There is a small stage in the corner with a piano and a large stand-up bass.  There is an area in front of it where the fiddlers gather, sitting in a circle of chairs with one microphone in the middle.  The mic is passed around, each one selecting a song to play.  Whoever the microphone is in front, that’s whose turn it is to select a tune to play.  Nowhere does this mean that this is a solo though.  Pretty soon there are a dozen fiddles playing as they all join in. Ada, who prefers her last name is not used, has been coming for 10 years.  She has always had music in her life, starting with the guitar.  She inherited her fiddle from her father and has been playing it for the last 6 years.  She said that though she loves coming here for the music, she also loves coming here for the close friends she has made. “It really brings people closer, instead of further apart,” Ada said. 
So the next time you are hankering for some bluegrass fiddle music, head to the Fiddler’s Roost.  Just don’t be surprised you find yourself with a fiddle in your hand learning how to play a jig.
Once a month Fiddler’s Roost offers an open stage talent night.  All genres of music are welcome to participate.
Fiddler’s Roost is located on 8909 99th Street and opens at 7:30pm, Mondays through Thursdays.

Great roots, country music rules the Fiddler's Roost

You can be forgiven for using "underground" to describe the Fiddler's Roost, in the basement of Wild Earth Foods.



You can be forgiven for using "underground" to describe the Fiddler's Roost, in the basement of Wild Earth Foods. The south-side venue continues to host fiddle and country jams and open stages as well as the weekly Little Flower Open Stage Brian Gregg organized nine years ago at Rossdale Community Hall. 
Fiddler's Roost has hosted music, including jazz and blues for the better part of half a century. During its Captain's Cabin incarnation, the Edmonton Jazz Society present shows by local and touring acts. In the '80s, the City Media Club presented memorable shows, with Townes Van Zandt, Tom Russell, Pinetop Perkins and John Hammond. Gregg's Little Flower Open Stage carries on that same sense of community, and many past performers and patrons are expected to turn out tonight.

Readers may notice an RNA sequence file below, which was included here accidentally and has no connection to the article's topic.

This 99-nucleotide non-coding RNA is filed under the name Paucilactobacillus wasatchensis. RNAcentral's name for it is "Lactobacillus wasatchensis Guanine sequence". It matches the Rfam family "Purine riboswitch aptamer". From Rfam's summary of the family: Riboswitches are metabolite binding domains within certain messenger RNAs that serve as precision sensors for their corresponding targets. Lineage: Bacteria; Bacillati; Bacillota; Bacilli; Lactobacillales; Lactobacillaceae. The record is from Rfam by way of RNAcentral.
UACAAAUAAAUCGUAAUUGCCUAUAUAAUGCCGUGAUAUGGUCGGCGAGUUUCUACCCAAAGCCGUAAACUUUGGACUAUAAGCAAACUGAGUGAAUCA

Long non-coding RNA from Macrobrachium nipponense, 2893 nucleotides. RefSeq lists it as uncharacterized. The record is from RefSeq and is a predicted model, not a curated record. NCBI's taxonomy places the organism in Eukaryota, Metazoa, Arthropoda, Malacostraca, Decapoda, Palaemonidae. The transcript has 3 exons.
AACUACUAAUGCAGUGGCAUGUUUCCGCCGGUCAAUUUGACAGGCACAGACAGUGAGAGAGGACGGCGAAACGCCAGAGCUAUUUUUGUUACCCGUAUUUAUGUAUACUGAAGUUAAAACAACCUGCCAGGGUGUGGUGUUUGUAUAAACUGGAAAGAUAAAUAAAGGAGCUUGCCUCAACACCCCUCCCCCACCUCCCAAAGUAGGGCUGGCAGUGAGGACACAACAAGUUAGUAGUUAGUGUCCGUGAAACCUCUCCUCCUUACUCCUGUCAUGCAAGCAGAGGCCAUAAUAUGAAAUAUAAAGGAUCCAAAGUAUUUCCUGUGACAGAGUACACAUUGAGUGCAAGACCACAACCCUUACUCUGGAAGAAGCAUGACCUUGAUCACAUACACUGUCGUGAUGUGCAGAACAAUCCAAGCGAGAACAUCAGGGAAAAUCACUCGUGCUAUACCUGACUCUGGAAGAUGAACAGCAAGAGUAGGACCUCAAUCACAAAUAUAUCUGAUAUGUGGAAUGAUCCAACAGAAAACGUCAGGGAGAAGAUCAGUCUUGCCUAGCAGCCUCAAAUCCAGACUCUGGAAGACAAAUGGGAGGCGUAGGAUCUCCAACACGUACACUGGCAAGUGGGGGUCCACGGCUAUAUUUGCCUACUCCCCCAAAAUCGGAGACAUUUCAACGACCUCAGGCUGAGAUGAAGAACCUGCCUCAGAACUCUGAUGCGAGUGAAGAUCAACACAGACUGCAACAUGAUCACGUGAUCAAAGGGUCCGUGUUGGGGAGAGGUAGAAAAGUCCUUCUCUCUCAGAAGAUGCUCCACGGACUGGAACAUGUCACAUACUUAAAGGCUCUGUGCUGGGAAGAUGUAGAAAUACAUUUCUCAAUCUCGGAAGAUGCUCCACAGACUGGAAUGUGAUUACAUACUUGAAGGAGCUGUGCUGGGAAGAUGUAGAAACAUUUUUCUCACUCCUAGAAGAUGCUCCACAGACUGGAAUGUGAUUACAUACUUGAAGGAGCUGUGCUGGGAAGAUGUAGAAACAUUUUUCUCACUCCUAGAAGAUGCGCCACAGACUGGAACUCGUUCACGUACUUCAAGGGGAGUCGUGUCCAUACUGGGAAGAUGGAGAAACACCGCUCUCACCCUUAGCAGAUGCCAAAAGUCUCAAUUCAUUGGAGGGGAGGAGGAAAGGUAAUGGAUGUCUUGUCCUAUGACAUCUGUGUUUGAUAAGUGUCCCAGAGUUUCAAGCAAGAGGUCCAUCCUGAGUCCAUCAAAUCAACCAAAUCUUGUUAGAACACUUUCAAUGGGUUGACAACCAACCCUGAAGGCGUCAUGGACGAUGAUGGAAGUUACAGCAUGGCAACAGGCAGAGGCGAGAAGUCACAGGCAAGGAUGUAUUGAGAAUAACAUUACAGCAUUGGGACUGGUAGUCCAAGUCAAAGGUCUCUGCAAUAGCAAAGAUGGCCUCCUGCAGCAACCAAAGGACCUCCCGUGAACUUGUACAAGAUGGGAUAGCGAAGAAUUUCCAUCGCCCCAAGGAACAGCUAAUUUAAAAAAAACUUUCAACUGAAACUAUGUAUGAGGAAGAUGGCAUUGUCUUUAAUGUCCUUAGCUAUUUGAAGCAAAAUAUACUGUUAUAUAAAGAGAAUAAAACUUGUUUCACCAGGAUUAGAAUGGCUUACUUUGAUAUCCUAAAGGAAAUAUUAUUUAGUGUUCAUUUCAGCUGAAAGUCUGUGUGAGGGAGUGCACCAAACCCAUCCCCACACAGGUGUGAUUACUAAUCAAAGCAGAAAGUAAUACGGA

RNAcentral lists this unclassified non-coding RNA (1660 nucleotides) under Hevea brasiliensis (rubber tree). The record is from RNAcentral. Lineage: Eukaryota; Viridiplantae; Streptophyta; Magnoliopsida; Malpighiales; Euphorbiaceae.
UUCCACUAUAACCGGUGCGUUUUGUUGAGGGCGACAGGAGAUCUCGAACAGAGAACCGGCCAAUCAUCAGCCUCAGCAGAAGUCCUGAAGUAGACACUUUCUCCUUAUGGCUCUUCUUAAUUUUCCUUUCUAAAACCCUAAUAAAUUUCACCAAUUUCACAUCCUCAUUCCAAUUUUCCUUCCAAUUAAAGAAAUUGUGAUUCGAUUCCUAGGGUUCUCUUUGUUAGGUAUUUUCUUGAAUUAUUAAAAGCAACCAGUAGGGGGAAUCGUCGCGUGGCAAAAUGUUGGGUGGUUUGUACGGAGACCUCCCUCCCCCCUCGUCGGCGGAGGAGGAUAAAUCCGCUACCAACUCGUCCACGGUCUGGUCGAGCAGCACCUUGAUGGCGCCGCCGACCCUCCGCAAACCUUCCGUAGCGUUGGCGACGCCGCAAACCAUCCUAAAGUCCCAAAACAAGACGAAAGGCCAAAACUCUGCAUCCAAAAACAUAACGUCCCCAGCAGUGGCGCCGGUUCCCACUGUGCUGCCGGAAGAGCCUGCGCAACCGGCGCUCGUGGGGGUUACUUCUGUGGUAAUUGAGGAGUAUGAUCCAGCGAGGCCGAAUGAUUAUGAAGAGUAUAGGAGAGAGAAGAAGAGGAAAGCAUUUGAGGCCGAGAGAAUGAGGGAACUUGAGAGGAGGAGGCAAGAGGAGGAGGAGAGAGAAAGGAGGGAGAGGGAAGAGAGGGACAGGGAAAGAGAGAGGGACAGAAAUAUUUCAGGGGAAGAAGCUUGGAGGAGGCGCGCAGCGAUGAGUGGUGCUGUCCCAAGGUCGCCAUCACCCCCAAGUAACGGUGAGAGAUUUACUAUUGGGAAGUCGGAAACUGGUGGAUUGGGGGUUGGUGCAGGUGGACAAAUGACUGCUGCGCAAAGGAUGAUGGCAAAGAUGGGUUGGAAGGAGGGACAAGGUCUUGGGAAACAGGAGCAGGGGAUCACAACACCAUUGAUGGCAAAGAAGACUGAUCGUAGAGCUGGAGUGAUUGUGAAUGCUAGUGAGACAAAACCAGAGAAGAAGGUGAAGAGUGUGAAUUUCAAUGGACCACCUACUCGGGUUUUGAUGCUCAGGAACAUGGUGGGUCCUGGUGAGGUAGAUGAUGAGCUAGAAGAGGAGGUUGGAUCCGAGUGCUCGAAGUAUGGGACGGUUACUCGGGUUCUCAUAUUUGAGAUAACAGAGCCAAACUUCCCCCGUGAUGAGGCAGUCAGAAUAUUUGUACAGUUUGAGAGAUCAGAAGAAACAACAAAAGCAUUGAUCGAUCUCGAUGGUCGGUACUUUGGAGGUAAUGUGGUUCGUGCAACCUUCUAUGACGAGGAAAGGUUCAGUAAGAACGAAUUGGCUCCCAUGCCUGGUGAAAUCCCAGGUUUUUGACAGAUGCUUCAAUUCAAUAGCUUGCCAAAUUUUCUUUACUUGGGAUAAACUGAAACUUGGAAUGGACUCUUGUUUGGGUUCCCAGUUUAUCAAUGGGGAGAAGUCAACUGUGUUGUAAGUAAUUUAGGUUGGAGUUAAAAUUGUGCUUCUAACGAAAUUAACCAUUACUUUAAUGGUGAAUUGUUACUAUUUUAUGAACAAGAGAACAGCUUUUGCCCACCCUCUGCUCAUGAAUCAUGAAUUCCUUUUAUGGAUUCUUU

"We've had to overcome a few things since we changed locations a year ago," concedes Gregg, who for 35 years, has made music with the Big Dreamer band, as a solo artist and as half of a duo with singer-songwriter Patsy Amico. The two released Blue Rain last year. "In Rossdale, people just used to walk to the show," says Gregg. "But now that we are at the Fiddler's Roost, we have more of a rotating crowd. We manage to showcase between seven and 20 acts a night. 
"I remember when we first started doing this, some of the artists thought we were ripping them off because we charged everyone $2 to get in, whether you were listening or playing." 
Both established and emerging tunesmiths began to realize that Little Flower offered an environment to network, collaborate and "try out new material" on an attentive audience. 
The list of performers who recently appeared at Little Flower includes respected artists such as Ken Brown, Scott Cook, Terry Morrison, the Ranger Creek Wranglers, Mary Rankin and Marv Machura. "We're also doing a big Boxing Day show and we'll all just continue to try to give something back to the community," adds Gregg who, performs with Amico at Little Flower every few weeks. 
The music starts at 8 and runs through 11. Fiddler's Roost is at 8906 99th St.



Edmonton Journal - October 25, 2001